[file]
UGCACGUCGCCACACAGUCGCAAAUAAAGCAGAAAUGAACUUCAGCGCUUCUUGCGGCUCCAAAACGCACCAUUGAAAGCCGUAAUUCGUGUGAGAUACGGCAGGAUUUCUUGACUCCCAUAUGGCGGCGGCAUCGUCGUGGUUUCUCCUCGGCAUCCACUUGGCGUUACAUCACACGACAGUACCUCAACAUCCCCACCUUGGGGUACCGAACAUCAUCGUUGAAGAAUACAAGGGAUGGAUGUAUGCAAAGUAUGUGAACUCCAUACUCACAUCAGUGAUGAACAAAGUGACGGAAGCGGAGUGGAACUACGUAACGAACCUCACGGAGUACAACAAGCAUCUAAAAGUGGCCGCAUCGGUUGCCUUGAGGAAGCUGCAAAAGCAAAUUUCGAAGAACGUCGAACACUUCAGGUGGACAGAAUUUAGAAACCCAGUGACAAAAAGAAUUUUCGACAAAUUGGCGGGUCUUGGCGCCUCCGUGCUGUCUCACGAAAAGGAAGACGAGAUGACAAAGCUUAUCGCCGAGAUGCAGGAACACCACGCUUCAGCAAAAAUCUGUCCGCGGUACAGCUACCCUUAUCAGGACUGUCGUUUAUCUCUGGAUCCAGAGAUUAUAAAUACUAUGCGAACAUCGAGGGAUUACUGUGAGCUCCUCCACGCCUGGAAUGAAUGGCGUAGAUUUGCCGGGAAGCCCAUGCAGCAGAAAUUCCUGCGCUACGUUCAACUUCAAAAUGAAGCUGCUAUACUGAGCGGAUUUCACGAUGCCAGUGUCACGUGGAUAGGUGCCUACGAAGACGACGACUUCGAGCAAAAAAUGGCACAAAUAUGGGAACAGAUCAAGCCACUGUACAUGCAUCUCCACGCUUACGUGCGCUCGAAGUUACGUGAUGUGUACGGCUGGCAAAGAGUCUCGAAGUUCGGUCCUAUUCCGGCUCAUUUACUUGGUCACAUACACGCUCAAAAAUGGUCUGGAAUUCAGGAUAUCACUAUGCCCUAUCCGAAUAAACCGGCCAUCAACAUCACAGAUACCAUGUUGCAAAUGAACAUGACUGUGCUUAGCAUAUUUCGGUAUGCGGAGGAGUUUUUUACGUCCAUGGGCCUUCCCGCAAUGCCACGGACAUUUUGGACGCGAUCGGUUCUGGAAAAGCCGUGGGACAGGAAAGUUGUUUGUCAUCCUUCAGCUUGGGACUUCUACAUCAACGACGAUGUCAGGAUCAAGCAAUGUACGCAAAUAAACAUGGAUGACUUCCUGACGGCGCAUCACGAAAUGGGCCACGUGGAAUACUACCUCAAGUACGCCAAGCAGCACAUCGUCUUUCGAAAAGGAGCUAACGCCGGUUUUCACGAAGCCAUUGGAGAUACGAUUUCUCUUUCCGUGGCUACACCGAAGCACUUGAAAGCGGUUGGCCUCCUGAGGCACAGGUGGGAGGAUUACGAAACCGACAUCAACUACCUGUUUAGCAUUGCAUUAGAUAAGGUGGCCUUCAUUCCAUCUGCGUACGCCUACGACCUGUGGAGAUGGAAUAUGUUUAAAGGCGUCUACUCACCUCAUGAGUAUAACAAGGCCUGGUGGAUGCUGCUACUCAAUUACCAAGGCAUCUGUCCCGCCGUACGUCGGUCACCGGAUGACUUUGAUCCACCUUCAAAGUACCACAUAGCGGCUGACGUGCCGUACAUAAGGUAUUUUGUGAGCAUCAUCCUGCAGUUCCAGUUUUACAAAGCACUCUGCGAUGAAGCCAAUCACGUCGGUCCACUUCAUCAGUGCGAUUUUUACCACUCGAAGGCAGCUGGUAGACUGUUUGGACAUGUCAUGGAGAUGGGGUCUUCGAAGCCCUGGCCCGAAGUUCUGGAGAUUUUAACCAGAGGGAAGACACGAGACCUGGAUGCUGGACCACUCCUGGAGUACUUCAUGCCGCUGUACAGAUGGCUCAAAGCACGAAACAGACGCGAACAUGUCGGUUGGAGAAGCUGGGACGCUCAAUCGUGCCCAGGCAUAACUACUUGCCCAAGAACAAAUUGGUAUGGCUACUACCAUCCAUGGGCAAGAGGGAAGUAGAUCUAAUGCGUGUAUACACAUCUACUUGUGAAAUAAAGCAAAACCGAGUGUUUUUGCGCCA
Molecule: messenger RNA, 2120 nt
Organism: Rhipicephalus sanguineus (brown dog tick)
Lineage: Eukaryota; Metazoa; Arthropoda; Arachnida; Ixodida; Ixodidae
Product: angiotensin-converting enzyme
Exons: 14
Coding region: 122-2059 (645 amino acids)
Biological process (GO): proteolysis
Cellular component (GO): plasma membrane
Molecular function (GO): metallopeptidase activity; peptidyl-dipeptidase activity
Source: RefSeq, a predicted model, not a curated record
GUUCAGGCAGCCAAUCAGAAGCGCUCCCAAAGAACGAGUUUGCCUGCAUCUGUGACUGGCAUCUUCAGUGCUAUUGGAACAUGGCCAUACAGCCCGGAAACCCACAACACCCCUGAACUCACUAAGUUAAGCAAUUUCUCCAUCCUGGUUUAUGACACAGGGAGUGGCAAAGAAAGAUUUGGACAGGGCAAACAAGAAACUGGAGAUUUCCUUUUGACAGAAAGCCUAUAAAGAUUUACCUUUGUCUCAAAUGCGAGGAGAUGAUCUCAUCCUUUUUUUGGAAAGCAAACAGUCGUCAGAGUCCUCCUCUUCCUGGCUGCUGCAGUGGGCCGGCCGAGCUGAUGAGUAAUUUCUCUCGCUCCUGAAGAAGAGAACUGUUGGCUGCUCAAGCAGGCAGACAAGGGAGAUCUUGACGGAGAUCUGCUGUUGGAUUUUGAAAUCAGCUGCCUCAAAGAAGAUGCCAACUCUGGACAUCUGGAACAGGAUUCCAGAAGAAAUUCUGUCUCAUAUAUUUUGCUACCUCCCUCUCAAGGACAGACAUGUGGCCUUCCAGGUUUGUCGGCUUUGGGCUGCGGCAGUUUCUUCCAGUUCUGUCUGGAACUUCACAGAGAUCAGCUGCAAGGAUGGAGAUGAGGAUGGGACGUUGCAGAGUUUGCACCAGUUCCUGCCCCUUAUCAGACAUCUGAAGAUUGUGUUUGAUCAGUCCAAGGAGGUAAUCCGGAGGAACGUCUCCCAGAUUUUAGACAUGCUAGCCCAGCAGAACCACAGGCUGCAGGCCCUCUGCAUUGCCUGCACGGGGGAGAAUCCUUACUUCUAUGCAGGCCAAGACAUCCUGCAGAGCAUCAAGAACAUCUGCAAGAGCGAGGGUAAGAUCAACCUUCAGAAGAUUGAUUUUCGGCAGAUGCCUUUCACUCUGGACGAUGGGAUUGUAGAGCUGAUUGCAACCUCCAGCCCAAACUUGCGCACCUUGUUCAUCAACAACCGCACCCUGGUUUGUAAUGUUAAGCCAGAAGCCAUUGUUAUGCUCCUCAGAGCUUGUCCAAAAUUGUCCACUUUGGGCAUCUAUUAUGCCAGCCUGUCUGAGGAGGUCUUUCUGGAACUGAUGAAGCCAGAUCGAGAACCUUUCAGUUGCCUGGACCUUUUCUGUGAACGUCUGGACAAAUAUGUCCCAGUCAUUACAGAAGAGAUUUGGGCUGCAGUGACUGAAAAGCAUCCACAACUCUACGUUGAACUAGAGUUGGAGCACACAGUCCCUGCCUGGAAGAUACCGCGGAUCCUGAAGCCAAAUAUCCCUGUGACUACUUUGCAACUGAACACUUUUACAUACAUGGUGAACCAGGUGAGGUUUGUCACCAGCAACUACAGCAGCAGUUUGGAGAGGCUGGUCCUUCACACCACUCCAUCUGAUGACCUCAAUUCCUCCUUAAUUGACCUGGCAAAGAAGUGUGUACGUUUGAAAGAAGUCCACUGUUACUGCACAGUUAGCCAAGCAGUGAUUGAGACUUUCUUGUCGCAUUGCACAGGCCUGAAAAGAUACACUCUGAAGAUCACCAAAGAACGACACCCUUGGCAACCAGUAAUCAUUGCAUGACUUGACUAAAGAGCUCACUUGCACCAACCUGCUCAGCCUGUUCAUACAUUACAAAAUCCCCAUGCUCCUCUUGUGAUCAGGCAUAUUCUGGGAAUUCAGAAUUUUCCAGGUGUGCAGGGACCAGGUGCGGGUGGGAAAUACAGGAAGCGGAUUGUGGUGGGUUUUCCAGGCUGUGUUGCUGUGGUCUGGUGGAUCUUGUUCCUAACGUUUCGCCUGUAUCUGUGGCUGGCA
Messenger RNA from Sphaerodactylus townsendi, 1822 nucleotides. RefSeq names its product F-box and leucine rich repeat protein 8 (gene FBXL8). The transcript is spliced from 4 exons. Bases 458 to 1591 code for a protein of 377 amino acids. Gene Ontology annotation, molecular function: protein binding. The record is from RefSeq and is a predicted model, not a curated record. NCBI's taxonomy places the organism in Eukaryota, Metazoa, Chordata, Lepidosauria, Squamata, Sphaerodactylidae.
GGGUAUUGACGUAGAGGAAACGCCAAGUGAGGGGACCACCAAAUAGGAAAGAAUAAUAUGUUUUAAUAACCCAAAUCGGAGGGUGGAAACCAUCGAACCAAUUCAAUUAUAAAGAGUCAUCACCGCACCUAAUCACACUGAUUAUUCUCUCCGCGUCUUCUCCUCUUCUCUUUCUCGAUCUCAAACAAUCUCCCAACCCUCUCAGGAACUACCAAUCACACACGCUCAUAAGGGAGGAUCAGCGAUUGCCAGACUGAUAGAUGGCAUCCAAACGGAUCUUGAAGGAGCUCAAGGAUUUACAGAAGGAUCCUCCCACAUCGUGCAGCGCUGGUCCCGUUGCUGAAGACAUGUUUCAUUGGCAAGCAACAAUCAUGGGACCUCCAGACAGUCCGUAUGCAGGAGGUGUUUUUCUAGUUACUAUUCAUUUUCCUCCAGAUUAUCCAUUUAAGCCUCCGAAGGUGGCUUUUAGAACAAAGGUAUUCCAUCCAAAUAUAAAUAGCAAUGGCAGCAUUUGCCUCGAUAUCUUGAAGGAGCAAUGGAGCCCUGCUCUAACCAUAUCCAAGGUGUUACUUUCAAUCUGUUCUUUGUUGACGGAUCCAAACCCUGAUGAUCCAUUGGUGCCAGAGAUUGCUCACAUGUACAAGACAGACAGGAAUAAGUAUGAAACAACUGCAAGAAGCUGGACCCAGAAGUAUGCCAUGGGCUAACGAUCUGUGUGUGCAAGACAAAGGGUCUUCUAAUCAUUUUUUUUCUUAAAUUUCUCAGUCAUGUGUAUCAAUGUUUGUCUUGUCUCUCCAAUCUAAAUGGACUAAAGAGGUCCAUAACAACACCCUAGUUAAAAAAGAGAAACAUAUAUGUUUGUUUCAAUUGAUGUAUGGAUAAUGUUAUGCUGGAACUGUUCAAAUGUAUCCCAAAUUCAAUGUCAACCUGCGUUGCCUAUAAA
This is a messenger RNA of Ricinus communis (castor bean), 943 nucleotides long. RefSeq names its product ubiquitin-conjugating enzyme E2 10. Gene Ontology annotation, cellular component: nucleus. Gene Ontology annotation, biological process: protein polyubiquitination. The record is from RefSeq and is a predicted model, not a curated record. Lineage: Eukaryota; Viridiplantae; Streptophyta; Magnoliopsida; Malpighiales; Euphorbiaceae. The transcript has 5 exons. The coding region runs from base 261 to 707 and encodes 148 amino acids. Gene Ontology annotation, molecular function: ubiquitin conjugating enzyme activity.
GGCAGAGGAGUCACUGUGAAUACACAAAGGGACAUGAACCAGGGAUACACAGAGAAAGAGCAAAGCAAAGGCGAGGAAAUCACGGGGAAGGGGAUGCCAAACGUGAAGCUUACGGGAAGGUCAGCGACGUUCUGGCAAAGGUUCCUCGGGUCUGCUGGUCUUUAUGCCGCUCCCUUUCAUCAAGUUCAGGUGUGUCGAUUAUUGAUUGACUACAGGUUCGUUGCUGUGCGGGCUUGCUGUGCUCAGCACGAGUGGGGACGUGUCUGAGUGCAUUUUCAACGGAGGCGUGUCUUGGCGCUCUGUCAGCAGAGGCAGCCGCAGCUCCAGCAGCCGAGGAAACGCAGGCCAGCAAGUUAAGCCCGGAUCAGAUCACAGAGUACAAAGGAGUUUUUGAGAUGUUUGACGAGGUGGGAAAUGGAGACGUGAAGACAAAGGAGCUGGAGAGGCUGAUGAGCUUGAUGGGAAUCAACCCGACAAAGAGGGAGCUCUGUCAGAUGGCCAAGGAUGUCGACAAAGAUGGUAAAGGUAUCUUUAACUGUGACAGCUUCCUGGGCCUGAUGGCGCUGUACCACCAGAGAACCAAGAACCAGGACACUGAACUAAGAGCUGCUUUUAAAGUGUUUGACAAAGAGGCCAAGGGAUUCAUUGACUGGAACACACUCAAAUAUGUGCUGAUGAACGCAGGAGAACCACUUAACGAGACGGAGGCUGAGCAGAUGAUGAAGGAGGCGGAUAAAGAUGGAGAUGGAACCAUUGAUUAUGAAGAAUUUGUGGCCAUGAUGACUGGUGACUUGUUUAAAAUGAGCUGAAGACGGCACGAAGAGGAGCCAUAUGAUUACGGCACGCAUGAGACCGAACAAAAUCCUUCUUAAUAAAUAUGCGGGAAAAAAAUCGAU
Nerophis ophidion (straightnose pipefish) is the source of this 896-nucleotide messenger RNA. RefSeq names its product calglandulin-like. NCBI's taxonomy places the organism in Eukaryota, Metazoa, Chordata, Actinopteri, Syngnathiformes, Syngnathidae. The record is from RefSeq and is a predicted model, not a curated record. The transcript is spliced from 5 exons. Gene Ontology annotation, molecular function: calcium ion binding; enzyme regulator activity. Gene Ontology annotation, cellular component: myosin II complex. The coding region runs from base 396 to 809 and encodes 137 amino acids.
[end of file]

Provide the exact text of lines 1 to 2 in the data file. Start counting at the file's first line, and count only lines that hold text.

UGCACGUCGCCACACAGUCGCAAAUAAAGCAGAAAUGAACUUCAGCGCUUCUUGCGGCUCCAAAACGCACCAUUGAAAGCCGUAAUUCGUGUGAGAUACGGCAGGAUUUCUUGACUCCCAUAUGGCGGCGGCAUCGUCGUGGUUUCUCCUCGGCAUCCACUUGGCGUUACAUCACACGACAGUACCUCAACAUCCCCACCUUGGGGUACCGAACAUCAUCGUUGAAGAAUACAAGGGAUGGAUGUAUGCAAAGUAUGUGAACUCCAUACUCACAUCAGUGAUGAACAAAGUGACGGAAGCGGAGUGGAACUACGUAACGAACCUCACGGAGUACAACAAGCAUCUAAAAGUGGCCGCAUCGGUUGCCUUGAGGAAGCUGCAAAAGCAAAUUUCGAAGAACGUCGAACACUUCAGGUGGACAGAAUUUAGAAACCCAGUGACAAAAAGAAUUUUCGACAAAUUGGCGGGUCUUGGCGCCUCCGUGCUGUCUCACGAAAAGGAAGACGAGAUGACAAAGCUUAUCGCCGAGAUGCAGGAACACCACGCUUCAGCAAAAAUCUGUCCGCGGUACAGCUACCCUUAUCAGGACUGUCGUUUAUCUCUGGAUCCAGAGAUUAUAAAUACUAUGCGAACAUCGAGGGAUUACUGUGAGCUCCUCCACGCCUGGAAUGAAUGGCGUAGAUUUGCCGGGAAGCCCAUGCAGCAGAAAUUCCUGCGCUACGUUCAACUUCAAAAUGAAGCUGCUAUACUGAGCGGAUUUCACGAUGCCAGUGUCACGUGGAUAGGUGCCUACGAAGACGACGACUUCGAGCAAAAAAUGGCACAAAUAUGGGAACAGAUCAAGCCACUGUACAUGCAUCUCCACGCUUACGUGCGCUCGAAGUUACGUGAUGUGUACGGCUGGCAAAGAGUCUCGAAGUUCGGUCCUAUUCCGGCUCAUUUACUUGGUCACAUACACGCUCAAAAAUGGUCUGGAAUUCAGGAUAUCACUAUGCCCUAUCCGAAUAAACCGGCCAUCAACAUCACAGAUACCAUGUUGCAAAUGAACAUGACUGUGCUUAGCAUAUUUCGGUAUGCGGAGGAGUUUUUUACGUCCAUGGGCCUUCCCGCAAUGCCACGGACAUUUUGGACGCGAUCGGUUCUGGAAAAGCCGUGGGACAGGAAAGUUGUUUGUCAUCCUUCAGCUUGGGACUUCUACAUCAACGACGAUGUCAGGAUCAAGCAAUGUACGCAAAUAAACAUGGAUGACUUCCUGACGGCGCAUCACGAAAUGGGCCACGUGGAAUACUACCUCAAGUACGCCAAGCAGCACAUCGUCUUUCGAAAAGGAGCUAACGCCGGUUUUCACGAAGCCAUUGGAGAUACGAUUUCUCUUUCCGUGGCUACACCGAAGCACUUGAAAGCGGUUGGCCUCCUGAGGCACAGGUGGGAGGAUUACGAAACCGACAUCAACUACCUGUUUAGCAUUGCAUUAGAUAAGGUGGCCUUCAUUCCAUCUGCGUACGCCUACGACCUGUGGAGAUGGAAUAUGUUUAAAGGCGUCUACUCACCUCAUGAGUAUAACAAGGCCUGGUGGAUGCUGCUACUCAAUUACCAAGGCAUCUGUCCCGCCGUACGUCGGUCACCGGAUGACUUUGAUCCACCUUCAAAGUACCACAUAGCGGCUGACGUGCCGUACAUAAGGUAUUUUGUGAGCAUCAUCCUGCAGUUCCAGUUUUACAAAGCACUCUGCGAUGAAGCCAAUCACGUCGGUCCACUUCAUCAGUGCGAUUUUUACCACUCGAAGGCAGCUGGUAGACUGUUUGGACAUGUCAUGGAGAUGGGGUCUUCGAAGCCCUGGCCCGAAGUUCUGGAGAUUUUAACCAGAGGGAAGACACGAGACCUGGAUGCUGGACCACUCCUGGAGUACUUCAUGCCGCUGUACAGAUGGCUCAAAGCACGAAACAGACGCGAACAUGUCGGUUGGAGAAGCUGGGACGCUCAAUCGUGCCCAGGCAUAACUACUUGCCCAAGAACAAAUUGGUAUGGCUACUACCAUCCAUGGGCAAGAGGGAAGUAGAUCUAAUGCGUGUAUACACAUCUACUUGUGAAAUAAAGCAAAACCGAGUGUUUUUGCGCCA
Molecule: messenger RNA, 2120 nt